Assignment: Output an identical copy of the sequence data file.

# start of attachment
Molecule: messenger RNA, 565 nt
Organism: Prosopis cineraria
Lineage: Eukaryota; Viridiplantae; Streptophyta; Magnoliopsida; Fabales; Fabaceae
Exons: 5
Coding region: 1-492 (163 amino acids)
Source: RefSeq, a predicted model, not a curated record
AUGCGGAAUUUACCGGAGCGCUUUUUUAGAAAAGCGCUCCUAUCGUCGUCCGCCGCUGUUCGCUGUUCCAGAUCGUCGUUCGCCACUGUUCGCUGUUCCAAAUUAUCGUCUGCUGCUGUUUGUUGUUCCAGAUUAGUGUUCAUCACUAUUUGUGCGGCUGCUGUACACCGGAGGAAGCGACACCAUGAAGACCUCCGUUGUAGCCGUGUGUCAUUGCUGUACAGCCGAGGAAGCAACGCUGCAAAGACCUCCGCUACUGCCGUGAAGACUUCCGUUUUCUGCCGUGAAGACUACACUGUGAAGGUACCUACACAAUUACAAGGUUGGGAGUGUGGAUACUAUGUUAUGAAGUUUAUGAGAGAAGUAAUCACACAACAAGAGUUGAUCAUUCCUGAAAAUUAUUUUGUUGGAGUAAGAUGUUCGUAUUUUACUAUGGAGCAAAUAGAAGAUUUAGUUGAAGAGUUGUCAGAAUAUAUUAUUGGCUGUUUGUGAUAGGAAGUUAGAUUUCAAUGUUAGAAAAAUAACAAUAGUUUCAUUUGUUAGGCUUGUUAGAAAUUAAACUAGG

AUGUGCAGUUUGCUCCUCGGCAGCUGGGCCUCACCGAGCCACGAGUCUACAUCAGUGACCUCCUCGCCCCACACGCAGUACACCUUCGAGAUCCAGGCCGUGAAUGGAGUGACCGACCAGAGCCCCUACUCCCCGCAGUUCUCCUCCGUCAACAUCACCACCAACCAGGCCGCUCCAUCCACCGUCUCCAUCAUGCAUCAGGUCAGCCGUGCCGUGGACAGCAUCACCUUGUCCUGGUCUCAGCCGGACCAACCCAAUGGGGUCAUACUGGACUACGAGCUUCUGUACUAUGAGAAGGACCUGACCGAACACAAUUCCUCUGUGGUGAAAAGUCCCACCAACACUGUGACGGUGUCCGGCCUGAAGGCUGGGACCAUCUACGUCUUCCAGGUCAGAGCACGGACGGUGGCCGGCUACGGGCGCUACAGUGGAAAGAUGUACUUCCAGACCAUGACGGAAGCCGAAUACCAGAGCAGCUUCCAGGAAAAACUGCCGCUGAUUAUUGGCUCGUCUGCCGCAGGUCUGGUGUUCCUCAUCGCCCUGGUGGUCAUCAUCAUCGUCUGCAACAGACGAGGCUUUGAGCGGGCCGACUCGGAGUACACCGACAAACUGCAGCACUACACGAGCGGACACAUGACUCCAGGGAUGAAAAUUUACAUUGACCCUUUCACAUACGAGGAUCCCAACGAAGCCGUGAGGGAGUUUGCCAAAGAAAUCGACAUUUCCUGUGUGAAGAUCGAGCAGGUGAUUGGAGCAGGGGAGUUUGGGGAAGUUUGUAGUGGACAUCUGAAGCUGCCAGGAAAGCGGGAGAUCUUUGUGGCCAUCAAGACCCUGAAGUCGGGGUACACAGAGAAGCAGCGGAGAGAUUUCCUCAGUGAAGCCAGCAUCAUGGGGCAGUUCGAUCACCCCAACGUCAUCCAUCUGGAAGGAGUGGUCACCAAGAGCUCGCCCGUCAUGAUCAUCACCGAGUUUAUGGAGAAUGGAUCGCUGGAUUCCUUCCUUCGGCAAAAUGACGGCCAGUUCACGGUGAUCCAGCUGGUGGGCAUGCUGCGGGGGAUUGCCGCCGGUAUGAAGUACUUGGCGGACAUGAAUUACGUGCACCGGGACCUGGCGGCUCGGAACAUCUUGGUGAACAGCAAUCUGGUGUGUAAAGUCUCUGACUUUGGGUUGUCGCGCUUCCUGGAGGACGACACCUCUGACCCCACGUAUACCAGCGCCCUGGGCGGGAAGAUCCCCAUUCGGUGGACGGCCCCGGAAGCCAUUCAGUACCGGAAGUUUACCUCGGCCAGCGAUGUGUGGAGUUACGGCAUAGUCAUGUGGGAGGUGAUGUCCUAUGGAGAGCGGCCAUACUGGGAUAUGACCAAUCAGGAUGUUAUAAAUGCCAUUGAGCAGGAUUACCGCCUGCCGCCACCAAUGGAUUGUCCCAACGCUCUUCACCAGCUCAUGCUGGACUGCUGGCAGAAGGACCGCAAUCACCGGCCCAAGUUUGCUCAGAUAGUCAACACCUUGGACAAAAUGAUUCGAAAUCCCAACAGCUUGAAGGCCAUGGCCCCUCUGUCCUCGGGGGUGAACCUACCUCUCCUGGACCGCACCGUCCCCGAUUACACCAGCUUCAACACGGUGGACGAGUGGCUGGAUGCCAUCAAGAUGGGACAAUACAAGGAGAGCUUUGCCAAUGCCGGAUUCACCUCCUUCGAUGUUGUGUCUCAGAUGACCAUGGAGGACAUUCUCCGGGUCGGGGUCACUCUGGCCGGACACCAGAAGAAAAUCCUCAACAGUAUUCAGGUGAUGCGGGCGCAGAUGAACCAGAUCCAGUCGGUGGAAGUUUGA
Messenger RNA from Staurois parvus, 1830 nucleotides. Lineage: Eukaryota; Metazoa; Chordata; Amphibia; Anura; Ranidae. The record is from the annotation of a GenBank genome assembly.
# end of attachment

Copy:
Molecule: messenger RNA, 565 nt
Organism: Prosopis cineraria
Lineage: Eukaryota; Viridiplantae; Streptophyta; Magnoliopsida; Fabales; Fabaceae
Exons: 5
Coding region: 1-492 (163 amino acids)
Source: RefSeq, a predicted model, not a curated record
AUGCGGAAUUUACCGGAGCGCUUUUUUAGAAAAGCGCUCCUAUCGUCGUCCGCCGCUGUUCGCUGUUCCAGAUCGUCGUUCGCCACUGUUCGCUGUUCCAAAUUAUCGUCUGCUGCUGUUUGUUGUUCCAGAUUAGUGUUCAUCACUAUUUGUGCGGCUGCUGUACACCGGAGGAAGCGACACCAUGAAGACCUCCGUUGUAGCCGUGUGUCAUUGCUGUACAGCCGAGGAAGCAACGCUGCAAAGACCUCCGCUACUGCCGUGAAGACUUCCGUUUUCUGCCGUGAAGACUACACUGUGAAGGUACCUACACAAUUACAAGGUUGGGAGUGUGGAUACUAUGUUAUGAAGUUUAUGAGAGAAGUAAUCACACAACAAGAGUUGAUCAUUCCUGAAAAUUAUUUUGUUGGAGUAAGAUGUUCGUAUUUUACUAUGGAGCAAAUAGAAGAUUUAGUUGAAGAGUUGUCAGAAUAUAUUAUUGGCUGUUUGUGAUAGGAAGUUAGAUUUCAAUGUUAGAAAAAUAACAAUAGUUUCAUUUGUUAGGCUUGUUAGAAAUUAAACUAGG

AUGUGCAGUUUGCUCCUCGGCAGCUGGGCCUCACCGAGCCACGAGUCUACAUCAGUGACCUCCUCGCCCCACACGCAGUACACCUUCGAGAUCCAGGCCGUGAAUGGAGUGACCGACCAGAGCCCCUACUCCCCGCAGUUCUCCUCCGUCAACAUCACCACCAACCAGGCCGCUCCAUCCACCGUCUCCAUCAUGCAUCAGGUCAGCCGUGCCGUGGACAGCAUCACCUUGUCCUGGUCUCAGCCGGACCAACCCAAUGGGGUCAUACUGGACUACGAGCUUCUGUACUAUGAGAAGGACCUGACCGAACACAAUUCCUCUGUGGUGAAAAGUCCCACCAACACUGUGACGGUGUCCGGCCUGAAGGCUGGGACCAUCUACGUCUUCCAGGUCAGAGCACGGACGGUGGCCGGCUACGGGCGCUACAGUGGAAAGAUGUACUUCCAGACCAUGACGGAAGCCGAAUACCAGAGCAGCUUCCAGGAAAAACUGCCGCUGAUUAUUGGCUCGUCUGCCGCAGGUCUGGUGUUCCUCAUCGCCCUGGUGGUCAUCAUCAUCGUCUGCAACAGACGAGGCUUUGAGCGGGCCGACUCGGAGUACACCGACAAACUGCAGCACUACACGAGCGGACACAUGACUCCAGGGAUGAAAAUUUACAUUGACCCUUUCACAUACGAGGAUCCCAACGAAGCCGUGAGGGAGUUUGCCAAAGAAAUCGACAUUUCCUGUGUGAAGAUCGAGCAGGUGAUUGGAGCAGGGGAGUUUGGGGAAGUUUGUAGUGGACAUCUGAAGCUGCCAGGAAAGCGGGAGAUCUUUGUGGCCAUCAAGACCCUGAAGUCGGGGUACACAGAGAAGCAGCGGAGAGAUUUCCUCAGUGAAGCCAGCAUCAUGGGGCAGUUCGAUCACCCCAACGUCAUCCAUCUGGAAGGAGUGGUCACCAAGAGCUCGCCCGUCAUGAUCAUCACCGAGUUUAUGGAGAAUGGAUCGCUGGAUUCCUUCCUUCGGCAAAAUGACGGCCAGUUCACGGUGAUCCAGCUGGUGGGCAUGCUGCGGGGGAUUGCCGCCGGUAUGAAGUACUUGGCGGACAUGAAUUACGUGCACCGGGACCUGGCGGCUCGGAACAUCUUGGUGAACAGCAAUCUGGUGUGUAAAGUCUCUGACUUUGGGUUGUCGCGCUUCCUGGAGGACGACACCUCUGACCCCACGUAUACCAGCGCCCUGGGCGGGAAGAUCCCCAUUCGGUGGACGGCCCCGGAAGCCAUUCAGUACCGGAAGUUUACCUCGGCCAGCGAUGUGUGGAGUUACGGCAUAGUCAUGUGGGAGGUGAUGUCCUAUGGAGAGCGGCCAUACUGGGAUAUGACCAAUCAGGAUGUUAUAAAUGCCAUUGAGCAGGAUUACCGCCUGCCGCCACCAAUGGAUUGUCCCAACGCUCUUCACCAGCUCAUGCUGGACUGCUGGCAGAAGGACCGCAAUCACCGGCCCAAGUUUGCUCAGAUAGUCAACACCUUGGACAAAAUGAUUCGAAAUCCCAACAGCUUGAAGGCCAUGGCCCCUCUGUCCUCGGGGGUGAACCUACCUCUCCUGGACCGCACCGUCCCCGAUUACACCAGCUUCAACACGGUGGACGAGUGGCUGGAUGCCAUCAAGAUGGGACAAUACAAGGAGAGCUUUGCCAAUGCCGGAUUCACCUCCUUCGAUGUUGUGUCUCAGAUGACCAUGGAGGACAUUCUCCGGGUCGGGGUCACUCUGGCCGGACACCAGAAGAAAAUCCUCAACAGUAUUCAGGUGAUGCGGGCGCAGAUGAACCAGAUCCAGUCGGUGGAAGUUUGA
Messenger RNA from Staurois parvus, 1830 nucleotides. Lineage: Eukaryota; Metazoa; Chordata; Amphibia; Anura; Ranidae. The record is from the annotation of a GenBank genome assembly.